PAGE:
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PR Strategy

What the NBA Can Teach Us about How to Evaluate PR Efforts

September 19, 2014 08:00 AM
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AJ Bruno: Founder, President

AJ Bruno: Founder, President

AJ co-founded TrendKite in 2012 and oversees all aspects of the organization’s sales operations.

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evaluate PR effortsThere’s a new movement in the NBA that some are calling, “Databall.” With an incredible amount of new statistical information available, the NBA could be on the verge of understanding the value of every single movement on the court.  It’s somewhat complex, but what it means in a nut shell is that if you paused any NBA game at any moment, the data is available to scientifically estimate the “expected possession value” (EVP), or the number of expected points for that possession, based on facts about the players, their position on the court, and other factors like how much time is left on the clock. By capturing and analyzing the game’s fundamental acts, coaches can isolate which strategies are more or less effective, and which players are best at executing them. In other words, coaches can determine how well players are preforming vs. the statistically expected result in each and every situation. (This article explains it beautifully.)

If you are wondering exactly that this has to do with PR, it’s this – we can leverage big data to evaluate PR efforts in exactly the same way, uncover which strategies are more or less effective in which situations, and evaluate the quality with which they are executed.  We can, in fact, establish something akin to the “expected possession value” for every PR activity we initiate.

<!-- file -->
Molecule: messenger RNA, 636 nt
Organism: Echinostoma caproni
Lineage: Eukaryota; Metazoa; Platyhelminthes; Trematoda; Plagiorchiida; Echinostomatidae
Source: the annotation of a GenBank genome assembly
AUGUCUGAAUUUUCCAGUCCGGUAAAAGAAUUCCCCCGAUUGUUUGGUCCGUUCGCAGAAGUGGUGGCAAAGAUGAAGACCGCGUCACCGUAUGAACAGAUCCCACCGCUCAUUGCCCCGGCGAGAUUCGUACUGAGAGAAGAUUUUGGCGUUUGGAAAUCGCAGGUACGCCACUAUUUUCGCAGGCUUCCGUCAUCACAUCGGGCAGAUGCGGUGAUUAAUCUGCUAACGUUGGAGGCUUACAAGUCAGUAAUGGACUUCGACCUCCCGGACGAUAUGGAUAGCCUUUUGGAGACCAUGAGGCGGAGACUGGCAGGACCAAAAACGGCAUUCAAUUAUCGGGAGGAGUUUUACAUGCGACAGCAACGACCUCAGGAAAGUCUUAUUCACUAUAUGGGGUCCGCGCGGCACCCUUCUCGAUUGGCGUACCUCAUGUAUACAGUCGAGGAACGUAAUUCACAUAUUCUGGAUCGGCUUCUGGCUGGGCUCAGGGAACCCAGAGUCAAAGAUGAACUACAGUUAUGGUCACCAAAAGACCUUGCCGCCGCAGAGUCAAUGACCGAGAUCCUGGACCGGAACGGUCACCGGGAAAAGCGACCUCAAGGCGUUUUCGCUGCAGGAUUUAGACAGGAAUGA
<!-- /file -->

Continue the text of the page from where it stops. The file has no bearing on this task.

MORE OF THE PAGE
Old School PR Measurement

Although the box score still contains important and useful data, it is now only the tip of the iceberg of how NBA players are evaluated. The same is true of traditional ways to evaluate PR efforts, most of which measure the output of PR activities, but not the outcome. Output related metrics include; number of press releases, mentions, advertising value equivalency, by-line placements and so forth. Much like an NBA player’s shooting percentage, these statistics tell only a fraction of the story.

The "Databall" Approach

Like the shift in basketball analytics, the shift in thinking about how we can evaluate PR efforts is driven by technology. With the right media monitoring tools and reporting, PR professionals and agencies are now able to measure the quality of PR outcomes and tie PR activities directly to an ROI. Big data is utilized to understand the impact each mention has on website traffic, conversions, social engagement and revenue.

It is now possible to understand what activities are most impactful to the brand by considering things like readership, publication tier, unique visitors, and where your search topic appears in media. Advanced language processing and complex algorithms can be used to understand the quality of a mention in an article, allowing PR professionals to deliver provable results like never before.

How the NBA game on the court will be changed by this new analysis is yet to be seen, but it has already started to impact how players are valued.  A similar shift in analytics in baseball, dubbed “Moneyball,” allowed the Oakland A’s to successfully compete against teams that outspent them by as much as $80 million dollars. PR measurement done with the same rigor has the potential to help brands with budgets of any size get the most possible value out of every play.  

AJ Bruno: Founder, President

AJ Bruno: Founder, President

AJ co-founded TrendKite in 2012 and oversees all aspects of the organization’s sales operations.

All POSTS

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